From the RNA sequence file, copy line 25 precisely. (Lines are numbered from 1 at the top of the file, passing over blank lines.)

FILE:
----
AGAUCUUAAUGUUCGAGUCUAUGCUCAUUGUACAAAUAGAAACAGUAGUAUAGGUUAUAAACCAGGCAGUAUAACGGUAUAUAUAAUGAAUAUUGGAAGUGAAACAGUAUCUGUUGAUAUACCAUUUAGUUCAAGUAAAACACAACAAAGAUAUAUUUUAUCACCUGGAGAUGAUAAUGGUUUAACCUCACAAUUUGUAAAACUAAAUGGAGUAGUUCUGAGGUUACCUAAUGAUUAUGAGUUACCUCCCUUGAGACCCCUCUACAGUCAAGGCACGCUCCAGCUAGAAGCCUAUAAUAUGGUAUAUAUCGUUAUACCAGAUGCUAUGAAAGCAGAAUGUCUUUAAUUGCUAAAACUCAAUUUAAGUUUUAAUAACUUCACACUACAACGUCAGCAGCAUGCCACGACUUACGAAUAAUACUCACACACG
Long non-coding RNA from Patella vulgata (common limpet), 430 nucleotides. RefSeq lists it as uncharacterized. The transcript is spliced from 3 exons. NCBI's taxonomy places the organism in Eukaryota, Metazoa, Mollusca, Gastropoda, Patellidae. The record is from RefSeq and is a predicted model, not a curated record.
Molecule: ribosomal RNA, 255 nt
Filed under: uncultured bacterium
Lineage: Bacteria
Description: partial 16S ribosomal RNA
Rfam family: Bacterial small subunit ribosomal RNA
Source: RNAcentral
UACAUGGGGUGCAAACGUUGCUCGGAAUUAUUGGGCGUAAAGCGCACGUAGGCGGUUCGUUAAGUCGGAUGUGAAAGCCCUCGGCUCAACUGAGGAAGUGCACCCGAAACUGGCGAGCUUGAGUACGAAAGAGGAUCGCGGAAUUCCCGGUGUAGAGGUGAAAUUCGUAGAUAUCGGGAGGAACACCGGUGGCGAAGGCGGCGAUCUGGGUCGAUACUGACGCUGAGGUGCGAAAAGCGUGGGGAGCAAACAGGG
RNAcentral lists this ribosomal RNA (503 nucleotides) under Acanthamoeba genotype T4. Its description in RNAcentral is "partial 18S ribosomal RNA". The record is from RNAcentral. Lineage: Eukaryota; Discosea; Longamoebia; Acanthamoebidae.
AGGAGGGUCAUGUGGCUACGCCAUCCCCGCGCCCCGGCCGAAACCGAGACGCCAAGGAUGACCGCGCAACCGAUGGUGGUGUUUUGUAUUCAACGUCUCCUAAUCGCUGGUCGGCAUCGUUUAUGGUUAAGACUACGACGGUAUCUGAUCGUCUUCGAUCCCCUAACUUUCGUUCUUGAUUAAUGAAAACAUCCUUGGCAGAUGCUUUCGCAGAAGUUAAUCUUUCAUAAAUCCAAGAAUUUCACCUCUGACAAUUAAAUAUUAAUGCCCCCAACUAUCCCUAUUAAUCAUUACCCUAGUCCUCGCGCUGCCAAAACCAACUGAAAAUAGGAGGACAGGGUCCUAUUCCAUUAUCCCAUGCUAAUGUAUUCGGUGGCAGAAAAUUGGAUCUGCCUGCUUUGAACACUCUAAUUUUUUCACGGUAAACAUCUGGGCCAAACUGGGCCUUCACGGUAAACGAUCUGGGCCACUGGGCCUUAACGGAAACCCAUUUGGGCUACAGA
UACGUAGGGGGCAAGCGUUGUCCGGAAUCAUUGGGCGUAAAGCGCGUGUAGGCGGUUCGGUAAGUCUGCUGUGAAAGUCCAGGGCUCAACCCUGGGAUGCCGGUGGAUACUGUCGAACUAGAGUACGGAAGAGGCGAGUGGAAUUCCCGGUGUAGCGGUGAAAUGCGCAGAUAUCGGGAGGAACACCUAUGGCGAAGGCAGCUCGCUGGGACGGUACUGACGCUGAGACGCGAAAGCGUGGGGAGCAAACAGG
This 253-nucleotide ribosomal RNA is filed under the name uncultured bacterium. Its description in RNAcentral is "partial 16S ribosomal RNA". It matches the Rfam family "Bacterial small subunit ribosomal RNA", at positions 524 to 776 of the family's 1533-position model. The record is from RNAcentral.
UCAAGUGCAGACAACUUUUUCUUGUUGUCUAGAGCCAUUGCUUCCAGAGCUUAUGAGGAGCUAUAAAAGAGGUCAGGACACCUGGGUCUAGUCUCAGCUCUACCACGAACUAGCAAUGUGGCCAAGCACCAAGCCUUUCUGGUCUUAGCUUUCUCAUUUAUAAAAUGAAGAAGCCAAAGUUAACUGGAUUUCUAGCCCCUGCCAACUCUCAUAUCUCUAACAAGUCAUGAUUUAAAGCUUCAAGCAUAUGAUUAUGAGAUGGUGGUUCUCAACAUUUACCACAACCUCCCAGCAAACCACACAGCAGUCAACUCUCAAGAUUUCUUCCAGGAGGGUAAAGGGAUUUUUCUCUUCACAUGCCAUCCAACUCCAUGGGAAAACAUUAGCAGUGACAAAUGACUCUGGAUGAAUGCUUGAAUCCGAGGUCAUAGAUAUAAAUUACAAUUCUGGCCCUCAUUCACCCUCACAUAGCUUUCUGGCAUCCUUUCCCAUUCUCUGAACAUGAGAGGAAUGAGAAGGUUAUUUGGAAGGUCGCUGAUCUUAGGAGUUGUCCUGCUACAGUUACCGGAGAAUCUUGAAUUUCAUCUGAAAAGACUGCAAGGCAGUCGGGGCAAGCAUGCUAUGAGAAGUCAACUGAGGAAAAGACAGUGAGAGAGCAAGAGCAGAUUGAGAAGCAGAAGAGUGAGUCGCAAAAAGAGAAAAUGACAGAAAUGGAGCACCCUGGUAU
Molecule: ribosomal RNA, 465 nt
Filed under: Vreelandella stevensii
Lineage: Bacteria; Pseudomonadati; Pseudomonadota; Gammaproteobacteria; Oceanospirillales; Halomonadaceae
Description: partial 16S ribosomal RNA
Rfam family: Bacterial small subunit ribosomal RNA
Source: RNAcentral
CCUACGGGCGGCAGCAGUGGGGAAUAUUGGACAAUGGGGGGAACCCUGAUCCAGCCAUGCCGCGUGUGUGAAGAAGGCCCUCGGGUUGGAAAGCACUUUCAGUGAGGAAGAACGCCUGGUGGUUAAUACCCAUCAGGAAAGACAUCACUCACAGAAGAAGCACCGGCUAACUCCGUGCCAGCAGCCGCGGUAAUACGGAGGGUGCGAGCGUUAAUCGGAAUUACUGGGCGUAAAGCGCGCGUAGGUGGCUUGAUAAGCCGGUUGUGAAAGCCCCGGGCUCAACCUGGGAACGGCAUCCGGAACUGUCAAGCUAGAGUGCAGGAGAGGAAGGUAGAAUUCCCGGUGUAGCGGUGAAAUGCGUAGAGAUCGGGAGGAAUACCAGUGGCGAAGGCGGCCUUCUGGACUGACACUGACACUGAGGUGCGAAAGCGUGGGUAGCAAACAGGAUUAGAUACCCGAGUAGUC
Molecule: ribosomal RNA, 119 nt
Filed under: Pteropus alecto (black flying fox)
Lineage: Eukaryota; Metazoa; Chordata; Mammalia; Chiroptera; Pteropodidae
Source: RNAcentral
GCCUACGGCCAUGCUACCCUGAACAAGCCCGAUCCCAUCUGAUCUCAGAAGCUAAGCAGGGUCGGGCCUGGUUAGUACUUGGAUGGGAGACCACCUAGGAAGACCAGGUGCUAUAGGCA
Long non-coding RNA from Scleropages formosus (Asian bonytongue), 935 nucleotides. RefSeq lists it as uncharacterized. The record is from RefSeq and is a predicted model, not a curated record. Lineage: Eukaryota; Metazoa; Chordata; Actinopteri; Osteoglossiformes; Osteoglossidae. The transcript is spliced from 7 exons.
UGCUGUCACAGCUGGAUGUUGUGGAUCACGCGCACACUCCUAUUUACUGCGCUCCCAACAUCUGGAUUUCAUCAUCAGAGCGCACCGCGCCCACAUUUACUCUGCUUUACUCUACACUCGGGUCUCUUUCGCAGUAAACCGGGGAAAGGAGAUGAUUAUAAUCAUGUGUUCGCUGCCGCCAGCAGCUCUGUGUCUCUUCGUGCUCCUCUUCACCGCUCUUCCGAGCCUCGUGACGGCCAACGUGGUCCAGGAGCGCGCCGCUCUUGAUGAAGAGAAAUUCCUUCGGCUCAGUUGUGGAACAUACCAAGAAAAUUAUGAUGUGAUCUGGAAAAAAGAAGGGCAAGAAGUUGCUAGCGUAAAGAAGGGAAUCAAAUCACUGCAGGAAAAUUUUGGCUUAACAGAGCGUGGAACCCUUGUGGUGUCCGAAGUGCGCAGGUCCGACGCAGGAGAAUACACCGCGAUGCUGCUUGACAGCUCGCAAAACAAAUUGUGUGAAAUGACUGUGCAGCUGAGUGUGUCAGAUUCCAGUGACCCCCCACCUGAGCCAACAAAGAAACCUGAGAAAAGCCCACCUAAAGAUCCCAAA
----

Source: RNAcentral